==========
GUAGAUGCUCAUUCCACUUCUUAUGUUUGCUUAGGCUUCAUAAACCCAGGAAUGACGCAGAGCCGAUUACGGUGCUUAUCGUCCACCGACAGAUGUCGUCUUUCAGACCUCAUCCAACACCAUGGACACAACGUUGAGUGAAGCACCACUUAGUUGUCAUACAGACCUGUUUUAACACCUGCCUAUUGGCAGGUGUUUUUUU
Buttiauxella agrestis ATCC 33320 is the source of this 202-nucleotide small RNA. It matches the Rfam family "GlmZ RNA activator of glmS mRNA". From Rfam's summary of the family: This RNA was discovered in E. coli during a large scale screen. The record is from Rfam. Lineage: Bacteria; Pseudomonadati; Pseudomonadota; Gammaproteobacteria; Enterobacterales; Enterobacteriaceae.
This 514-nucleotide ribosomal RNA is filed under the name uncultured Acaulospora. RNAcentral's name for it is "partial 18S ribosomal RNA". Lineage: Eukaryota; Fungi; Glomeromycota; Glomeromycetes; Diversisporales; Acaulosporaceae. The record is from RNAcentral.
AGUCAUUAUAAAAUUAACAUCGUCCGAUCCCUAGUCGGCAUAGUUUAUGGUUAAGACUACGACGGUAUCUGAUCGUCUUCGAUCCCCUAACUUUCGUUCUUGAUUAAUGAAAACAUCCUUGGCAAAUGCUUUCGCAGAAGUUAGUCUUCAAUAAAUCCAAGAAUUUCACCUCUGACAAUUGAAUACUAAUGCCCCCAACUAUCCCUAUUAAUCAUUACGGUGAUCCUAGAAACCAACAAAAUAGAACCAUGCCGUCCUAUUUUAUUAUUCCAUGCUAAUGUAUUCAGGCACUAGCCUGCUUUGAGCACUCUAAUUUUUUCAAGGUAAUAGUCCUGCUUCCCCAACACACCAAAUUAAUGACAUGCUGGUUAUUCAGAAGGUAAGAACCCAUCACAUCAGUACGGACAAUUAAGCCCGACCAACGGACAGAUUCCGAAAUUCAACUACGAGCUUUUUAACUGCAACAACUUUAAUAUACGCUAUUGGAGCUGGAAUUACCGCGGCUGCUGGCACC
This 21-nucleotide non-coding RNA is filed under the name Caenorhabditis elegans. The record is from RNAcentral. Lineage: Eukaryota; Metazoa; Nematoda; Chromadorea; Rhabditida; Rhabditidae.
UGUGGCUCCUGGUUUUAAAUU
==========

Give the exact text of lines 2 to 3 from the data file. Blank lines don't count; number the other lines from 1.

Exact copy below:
Buttiauxella agrestis ATCC 33320 is the source of this 202-nucleotide small RNA. It matches the Rfam family "GlmZ RNA activator of glmS mRNA". From Rfam's summary of the family: This RNA was discovered in E. coli during a large scale screen. The record is from Rfam. Lineage: Bacteria; Pseudomonadati; Pseudomonadota; Gammaproteobacteria; Enterobacterales; Enterobacteriaceae.
This 514-nucleotide ribosomal RNA is filed under the name uncultured Acaulospora. RNAcentral's name for it is "partial 18S ribosomal RNA". Lineage: Eukaryota; Fungi; Glomeromycota; Glomeromycetes; Diversisporales; Acaulosporaceae. The record is from RNAcentral.